The Olympics are often seen as a cut-throat competition where only winning the gold matters. The countless cases of doping, cheating and protests attest to this fact.
Contrastingly, the following examples show the highest tradition of sportsmanship followed by athletes, in accordance with the motto “It’s not whether you win or lose, it’s how you play the game.”
Jesse Owens and Luz Long
At the 1936 Olympics held in Berlin at the height of the Nazi rule, a famous friendship developed between African-American Jesse Owens and the German Luz Long.
In the preliminary round of the long jump event, Long set an Olympic record to qualify for the finals while Owens stared at disqualification after fouling in his first two attempts. Before his third attempt, Long advised him to adjust his take off point to behind the foul line. Owens heeded the German’s suggestions and the rest is history. He not only made it to the finals but won gold with a new world record. Long had to settle for silver.
Long was killed in World War 2. After the war Owens travelled to Germany to meet Long’s son Kai and later served as best man during Kai’s wedding.
Shawn Crawford’s medal giveaway
American Shawn Crawford initially finished fourth in the Men’s 200m sprint at the 2008 Beijing Olympics. However the second and third place runners were later disqualified for lane infringement and Crawford was upgraded to silver.
A few days later Crawford gave away his silver medal to the original second placed runner Churandy Martina of the Netherlands Antilles. Crawford said that he felt undeserving of the medal and it should rightfully belong to Martina.
Although the official results still show Crawford as the silver medallist, his gesture of sportsmanship received universal praise.
Canadian coach Justin Wadsworth helps Russian skier
Cross-country skier and local favourite Anton Gafarov was in a miserable position in the semi final of the Men’s Free-Style Sprint at the 2014 Sochi Winter Olympics. The Russian had broken his ski after crashing not once but three times and was struggling to finish the race.
Canadian cross-country coach Justin Wadsworth then rushed to Gafarov’s rescue. Wadsworth fixed a new ski to the Russian’s ski boot replacing the broken ski and ensuring that Gafarov would at least finish the race in front of his home crowd.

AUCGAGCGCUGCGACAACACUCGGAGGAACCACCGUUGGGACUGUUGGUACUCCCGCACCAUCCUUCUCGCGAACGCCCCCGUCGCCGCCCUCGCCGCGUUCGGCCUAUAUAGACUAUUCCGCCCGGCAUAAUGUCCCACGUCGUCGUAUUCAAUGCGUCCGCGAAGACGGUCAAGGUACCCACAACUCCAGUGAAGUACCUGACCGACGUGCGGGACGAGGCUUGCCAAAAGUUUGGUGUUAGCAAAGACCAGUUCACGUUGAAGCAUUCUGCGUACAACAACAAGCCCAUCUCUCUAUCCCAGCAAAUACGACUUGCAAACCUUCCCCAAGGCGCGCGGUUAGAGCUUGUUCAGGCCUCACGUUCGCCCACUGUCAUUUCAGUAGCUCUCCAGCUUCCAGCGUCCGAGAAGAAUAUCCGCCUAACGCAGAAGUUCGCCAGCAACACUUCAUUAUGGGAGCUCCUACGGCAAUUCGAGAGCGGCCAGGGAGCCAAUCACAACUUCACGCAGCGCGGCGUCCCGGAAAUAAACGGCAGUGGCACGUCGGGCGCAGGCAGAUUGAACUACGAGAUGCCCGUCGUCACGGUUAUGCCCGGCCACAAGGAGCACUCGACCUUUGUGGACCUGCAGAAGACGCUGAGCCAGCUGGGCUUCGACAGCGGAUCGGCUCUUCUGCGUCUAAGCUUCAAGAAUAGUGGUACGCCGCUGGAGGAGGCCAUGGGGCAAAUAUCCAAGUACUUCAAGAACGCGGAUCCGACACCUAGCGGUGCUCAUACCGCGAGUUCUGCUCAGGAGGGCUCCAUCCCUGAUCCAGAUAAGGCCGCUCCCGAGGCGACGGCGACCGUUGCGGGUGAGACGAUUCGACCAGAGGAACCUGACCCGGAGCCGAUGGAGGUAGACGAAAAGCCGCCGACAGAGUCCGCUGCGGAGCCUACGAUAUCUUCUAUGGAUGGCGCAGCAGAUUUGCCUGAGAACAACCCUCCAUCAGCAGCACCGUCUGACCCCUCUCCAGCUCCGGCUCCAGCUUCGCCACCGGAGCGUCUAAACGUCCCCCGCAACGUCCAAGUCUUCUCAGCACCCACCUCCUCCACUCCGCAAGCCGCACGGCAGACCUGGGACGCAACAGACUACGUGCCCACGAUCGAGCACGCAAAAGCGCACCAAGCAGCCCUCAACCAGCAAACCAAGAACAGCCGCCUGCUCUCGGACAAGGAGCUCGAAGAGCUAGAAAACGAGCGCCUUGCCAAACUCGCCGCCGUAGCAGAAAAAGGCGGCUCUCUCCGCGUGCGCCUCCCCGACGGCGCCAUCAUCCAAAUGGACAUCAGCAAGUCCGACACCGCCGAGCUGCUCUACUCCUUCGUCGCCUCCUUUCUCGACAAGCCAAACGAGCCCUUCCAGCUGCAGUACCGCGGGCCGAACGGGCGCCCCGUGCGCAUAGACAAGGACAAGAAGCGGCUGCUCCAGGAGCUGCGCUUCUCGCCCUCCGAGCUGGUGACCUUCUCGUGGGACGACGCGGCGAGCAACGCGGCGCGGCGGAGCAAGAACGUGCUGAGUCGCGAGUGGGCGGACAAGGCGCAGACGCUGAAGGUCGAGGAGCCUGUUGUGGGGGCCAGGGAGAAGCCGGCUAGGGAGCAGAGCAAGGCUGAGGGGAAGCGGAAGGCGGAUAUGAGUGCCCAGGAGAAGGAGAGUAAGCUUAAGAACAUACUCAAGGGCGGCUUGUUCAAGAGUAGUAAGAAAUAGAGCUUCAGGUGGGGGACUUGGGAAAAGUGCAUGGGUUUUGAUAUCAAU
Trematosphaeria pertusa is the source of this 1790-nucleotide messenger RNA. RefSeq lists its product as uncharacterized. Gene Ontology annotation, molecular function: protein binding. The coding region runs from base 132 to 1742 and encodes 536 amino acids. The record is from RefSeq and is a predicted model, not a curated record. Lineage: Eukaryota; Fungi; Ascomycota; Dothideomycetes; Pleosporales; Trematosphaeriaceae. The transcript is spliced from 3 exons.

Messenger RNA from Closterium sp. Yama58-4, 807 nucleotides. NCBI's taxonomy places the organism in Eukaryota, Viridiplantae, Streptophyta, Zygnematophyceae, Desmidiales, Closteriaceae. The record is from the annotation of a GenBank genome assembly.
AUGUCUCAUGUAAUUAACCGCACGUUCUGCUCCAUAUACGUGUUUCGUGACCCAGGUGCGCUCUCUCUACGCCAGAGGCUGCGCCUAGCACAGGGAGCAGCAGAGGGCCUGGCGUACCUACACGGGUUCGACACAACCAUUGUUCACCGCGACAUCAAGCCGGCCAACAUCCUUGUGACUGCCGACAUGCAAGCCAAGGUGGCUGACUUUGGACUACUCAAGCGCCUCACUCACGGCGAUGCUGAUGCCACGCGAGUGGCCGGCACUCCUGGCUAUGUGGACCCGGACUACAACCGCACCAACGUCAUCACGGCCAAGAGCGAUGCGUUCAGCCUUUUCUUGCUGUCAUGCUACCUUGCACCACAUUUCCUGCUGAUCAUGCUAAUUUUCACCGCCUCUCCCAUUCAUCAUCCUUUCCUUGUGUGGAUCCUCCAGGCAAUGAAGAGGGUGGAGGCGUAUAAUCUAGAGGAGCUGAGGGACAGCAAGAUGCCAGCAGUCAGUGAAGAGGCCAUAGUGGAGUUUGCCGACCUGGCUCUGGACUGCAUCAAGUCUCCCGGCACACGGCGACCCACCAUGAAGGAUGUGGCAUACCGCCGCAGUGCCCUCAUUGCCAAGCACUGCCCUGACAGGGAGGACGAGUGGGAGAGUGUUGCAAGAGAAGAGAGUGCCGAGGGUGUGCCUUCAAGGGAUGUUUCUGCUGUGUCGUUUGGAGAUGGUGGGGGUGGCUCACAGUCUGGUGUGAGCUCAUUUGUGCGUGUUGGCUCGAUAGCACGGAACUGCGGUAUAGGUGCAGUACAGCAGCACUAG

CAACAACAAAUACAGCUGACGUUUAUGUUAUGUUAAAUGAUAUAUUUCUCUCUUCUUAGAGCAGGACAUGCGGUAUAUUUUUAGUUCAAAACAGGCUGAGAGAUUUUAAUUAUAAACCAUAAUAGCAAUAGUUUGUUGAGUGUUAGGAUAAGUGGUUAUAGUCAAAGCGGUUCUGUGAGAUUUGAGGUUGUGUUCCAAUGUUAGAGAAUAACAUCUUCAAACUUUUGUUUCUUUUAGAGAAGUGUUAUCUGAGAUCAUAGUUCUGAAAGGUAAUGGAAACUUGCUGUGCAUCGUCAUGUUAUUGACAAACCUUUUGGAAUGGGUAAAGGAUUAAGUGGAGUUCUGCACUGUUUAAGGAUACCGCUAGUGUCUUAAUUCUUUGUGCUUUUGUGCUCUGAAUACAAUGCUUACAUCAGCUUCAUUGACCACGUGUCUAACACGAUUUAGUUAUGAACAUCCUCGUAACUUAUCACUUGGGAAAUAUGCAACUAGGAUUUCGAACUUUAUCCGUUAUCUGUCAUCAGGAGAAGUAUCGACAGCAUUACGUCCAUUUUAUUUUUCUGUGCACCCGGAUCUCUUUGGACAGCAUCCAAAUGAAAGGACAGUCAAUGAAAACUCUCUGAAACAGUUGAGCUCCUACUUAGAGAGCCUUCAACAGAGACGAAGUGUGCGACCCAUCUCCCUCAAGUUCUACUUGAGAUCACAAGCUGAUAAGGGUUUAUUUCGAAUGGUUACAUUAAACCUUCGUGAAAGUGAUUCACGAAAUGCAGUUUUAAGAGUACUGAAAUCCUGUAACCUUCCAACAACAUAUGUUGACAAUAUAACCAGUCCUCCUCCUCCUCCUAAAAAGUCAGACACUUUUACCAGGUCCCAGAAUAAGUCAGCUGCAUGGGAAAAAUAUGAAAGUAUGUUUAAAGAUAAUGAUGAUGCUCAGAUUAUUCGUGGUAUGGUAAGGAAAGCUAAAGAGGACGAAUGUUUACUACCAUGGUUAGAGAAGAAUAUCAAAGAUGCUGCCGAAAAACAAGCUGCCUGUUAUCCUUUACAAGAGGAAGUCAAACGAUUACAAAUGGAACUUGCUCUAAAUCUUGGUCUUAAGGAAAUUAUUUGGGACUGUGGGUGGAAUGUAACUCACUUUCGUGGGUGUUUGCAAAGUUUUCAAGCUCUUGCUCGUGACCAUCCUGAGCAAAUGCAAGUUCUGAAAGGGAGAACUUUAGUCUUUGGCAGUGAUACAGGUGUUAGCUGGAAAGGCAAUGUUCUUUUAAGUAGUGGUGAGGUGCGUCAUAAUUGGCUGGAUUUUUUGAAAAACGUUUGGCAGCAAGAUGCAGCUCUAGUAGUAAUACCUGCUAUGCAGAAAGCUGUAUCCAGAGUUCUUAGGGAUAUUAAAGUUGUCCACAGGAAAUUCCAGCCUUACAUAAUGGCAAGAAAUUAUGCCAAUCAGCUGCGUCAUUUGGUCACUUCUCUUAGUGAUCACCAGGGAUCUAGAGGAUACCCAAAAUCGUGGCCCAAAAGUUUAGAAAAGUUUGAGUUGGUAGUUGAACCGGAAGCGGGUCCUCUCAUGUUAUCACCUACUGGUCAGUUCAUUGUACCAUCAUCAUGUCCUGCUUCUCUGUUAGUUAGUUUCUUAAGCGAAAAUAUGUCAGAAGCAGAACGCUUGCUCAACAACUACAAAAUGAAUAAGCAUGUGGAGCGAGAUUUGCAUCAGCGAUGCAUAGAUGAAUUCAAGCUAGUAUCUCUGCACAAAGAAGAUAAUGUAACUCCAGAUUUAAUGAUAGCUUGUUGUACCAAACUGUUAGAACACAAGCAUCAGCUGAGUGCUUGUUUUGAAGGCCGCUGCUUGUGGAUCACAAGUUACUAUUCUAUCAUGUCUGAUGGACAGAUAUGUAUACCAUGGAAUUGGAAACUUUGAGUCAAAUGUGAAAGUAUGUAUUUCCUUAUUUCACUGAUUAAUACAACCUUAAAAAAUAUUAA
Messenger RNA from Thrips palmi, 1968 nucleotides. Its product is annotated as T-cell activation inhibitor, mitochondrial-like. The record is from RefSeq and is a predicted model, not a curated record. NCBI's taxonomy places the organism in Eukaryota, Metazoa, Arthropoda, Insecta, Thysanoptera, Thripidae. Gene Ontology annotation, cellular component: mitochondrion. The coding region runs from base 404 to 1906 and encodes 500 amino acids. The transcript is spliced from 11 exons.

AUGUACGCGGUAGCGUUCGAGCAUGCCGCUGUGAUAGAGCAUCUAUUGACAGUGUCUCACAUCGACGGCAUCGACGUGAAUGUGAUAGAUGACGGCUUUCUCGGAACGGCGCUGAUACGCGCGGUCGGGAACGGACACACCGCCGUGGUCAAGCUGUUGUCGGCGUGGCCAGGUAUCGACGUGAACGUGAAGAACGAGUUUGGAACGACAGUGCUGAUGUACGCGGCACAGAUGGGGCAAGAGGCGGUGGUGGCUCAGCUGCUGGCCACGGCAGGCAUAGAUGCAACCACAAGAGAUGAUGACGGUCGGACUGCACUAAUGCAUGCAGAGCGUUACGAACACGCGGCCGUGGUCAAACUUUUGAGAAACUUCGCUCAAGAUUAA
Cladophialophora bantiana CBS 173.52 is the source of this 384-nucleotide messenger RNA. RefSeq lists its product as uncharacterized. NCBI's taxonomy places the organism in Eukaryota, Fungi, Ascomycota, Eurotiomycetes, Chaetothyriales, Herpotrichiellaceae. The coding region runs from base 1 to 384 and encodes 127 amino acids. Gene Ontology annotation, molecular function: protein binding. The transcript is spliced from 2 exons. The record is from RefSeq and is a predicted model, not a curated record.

Although he finished last, Gafarov was cheered by the crowd as he finished. Wadsworth’s act of sportsmanship became viral on social media and beyond.
Croatian sailors help Danish team win gold
Croatian sailors Pavle Kostov and Petar Cupac were out of medal contention of the 49er competition at the 2008 Olympics. Upon receiving news that the Danish team of Jonas Warrer and Martin Kirketerp Ibsen had broken their mast before the start of their race, the Croatians readily agreed to lend their boat to the Danes.
The Danish duo were not only able to compete but finished seventh in the 49er medal race, which ensured that they would win the gold medal.
Kostov, Cupac and their coach Ivan Bulaja were later awarded the Pierre de Coubertin medal for sportsmanship by the IOC.
Medallists cheering on for India’s JJ Shobha
At Athens 2004, India’s JJ Shobha had to be carried out on a stretcher after getting injured in the javelin throw event of the Women’s heptathlon. In a show of grit and determination, she nonetheless came back to compete in the 800m sprint, the final event of the heptathlon. She not only finished the race but came third in it, finishing a creditable 11th overall.
Shobha again had to be carried out on a stretcher after the race but not before winning hearts of the crowd and her fellow competitors. Gold medallist Carolina Kluft of Sweden and Lithuanian Austra Skujyte who won silver were the first to congratulate Shobha. The Athens crowd also rose to their feet to cheer for her.
She was later honoured with the Arjuna Award for her efforts.
Also Read: India at the Olympics: Sydney 2000